April 2021 — On March 17, we hosted more than 50 joint venture CEOs and top executives for a discussion of JV Board governance. We brought data and best practices to the table, with the main course being presentations from, and discussion with, the CEOs of Syncrude and Global Hotel Alliance. Both JVs have evolved significantly over the decades, due in large part to governance systems that help build environments of trust, transparency, and accountability, thereby enabling owners to periodically revisit what they want from the business, and define their role – versus the role of management – in delivering against those wants.
This marks the 12th year running that we have brought JV CEOs together for a roundtable discussion. Until last year, we held one or two in-person events per year in cities like London, New York, Washington, and Zurich. In 2020, we moved the roundtable online for the first time. The virtual format allowed many more CEOs to participate, and the feedback we received was to continue holding virtual events – and to hold them more frequently. With limited travel due to COVID-19, CEOs told us they have more time to work the big issues facing their companies, and that they want the help of people who understand exactly what it’s like to be at the helm of a JV.
This input led us to establish the JV CEO Network, a global community of executives running businesses with multiple owners, shared decision-making and control, and the outsized risk of owner misalignment and overreach. The heart of the network are quarterly roundtables focused on a specific theme. Last month’s roundtable included representatives from 44 JVs across six continents (Exhibit 1).
Below, we share the lessons the group took away from Doreen Cole, Managing Director of Syncrude, and Chris Hartley, CEO of Global Hotel Alliance (GHA). First, we heard from Doreen about the process of shifting Syncrude’s operating model from an independent company to one operated by its majority owner, Suncor. Next, we heard from Chris about navigating the change necessary to respond to different strategic inflection points GHA has faced.
Syncrude: Operating Model Transitions
Managing Director, Syncrude
One of the largest producers in Canada’s oil sands industry, Syncrude is a multi-billion dollar, 57-year old joint venture between Suncor, Imperial Oil, CNOOC, and Sinopec. Doreen Cole has been its Managing Director since 2017, when she was seconded from Suncor where she had previously been a Senior Vice President. She has nearly 30 years of experience in the natural resources industry, specifically in oil sands and refining.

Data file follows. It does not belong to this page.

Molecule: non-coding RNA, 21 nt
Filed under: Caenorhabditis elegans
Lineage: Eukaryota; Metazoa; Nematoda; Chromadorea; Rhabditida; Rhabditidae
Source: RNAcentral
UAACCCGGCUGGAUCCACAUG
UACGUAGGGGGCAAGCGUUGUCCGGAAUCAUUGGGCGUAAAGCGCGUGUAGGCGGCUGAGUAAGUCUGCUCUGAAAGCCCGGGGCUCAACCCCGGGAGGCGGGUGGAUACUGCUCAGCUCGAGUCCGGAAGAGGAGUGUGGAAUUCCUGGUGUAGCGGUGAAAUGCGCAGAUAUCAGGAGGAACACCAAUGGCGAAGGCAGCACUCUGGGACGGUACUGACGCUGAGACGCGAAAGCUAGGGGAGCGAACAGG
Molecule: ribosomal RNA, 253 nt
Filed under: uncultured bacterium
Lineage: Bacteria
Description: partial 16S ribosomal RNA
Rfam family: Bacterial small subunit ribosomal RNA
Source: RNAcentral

Doreen explained that while Syncrude still operates under the initial JV agreement, over 36 different corporate entities have held an ownership stake at some point since its founding in 1964. “The one constant at Syncrude over time is change,” she said. Amongst its four current owners, the largest is Suncor with a 59% stake, followed by Imperial, a Canadian subsidiary of Exxon, with a 25% stake.
Upon arriving in 2017, Doreen found a complicated governance structure. Syncrude is effectively two partnerships operating as one. The physical oil sands assets are owned by the shareholders and governed by a Management Committee (ManCom). The Syncrude corporation is a separate entity, set up to operate the assets on behalf of the shareholders, and governed by a Board of Directors. Doreen could see that the roles of the ManCom and the Board were not entirely clear and sometimes overlapped, creating inefficiencies. Further inefficiencies stemmed from the regular ownership changes and accompanying changes to voting rights. But she sensed that there was a deeper issue, so she asked the Ankura team to have a look at the situation.
What we found was a fundamental misalignment between the two major shareholders on two key dimensions of the JV’s purpose (Exhibit 2). Historically, Imperial had been the largest shareholder, and, backed by the technical prowess of Exxon, it had played a major role in operations. But Suncor had been steadily building its own technical capabilities in other operated assets in the region, and it had become Syncrude’s majority shareholder in 2016. Given its majority ownership, technical capabilities, and proximity to the oil sands assets, Suncor believed it should play a greater role in Syncrude’s operations.
Doreen realized that before addressing any governance issues, Syncrude’s shareholders first had to align on the right operating model for the JV. After two years of complex negotiations, the shareholders recently agreed that there are significant advantages from Suncor assuming operatorship of Syncrude. The task ahead is to drive that change in the operating model, and also to streamline the bifurcated system of the ManCom and the Board to create single governing body for Syncrude, with the right role and responsibilities, the right composition, the right information flows, etc.
Doreen’s presentation concluded with questions about the management team’s reception to the impending operatorship changes, how Syncrude’s workforce will evolve in the transition, and how she was able to establish her independence within Syncrude as a secondee from its largest shareholder.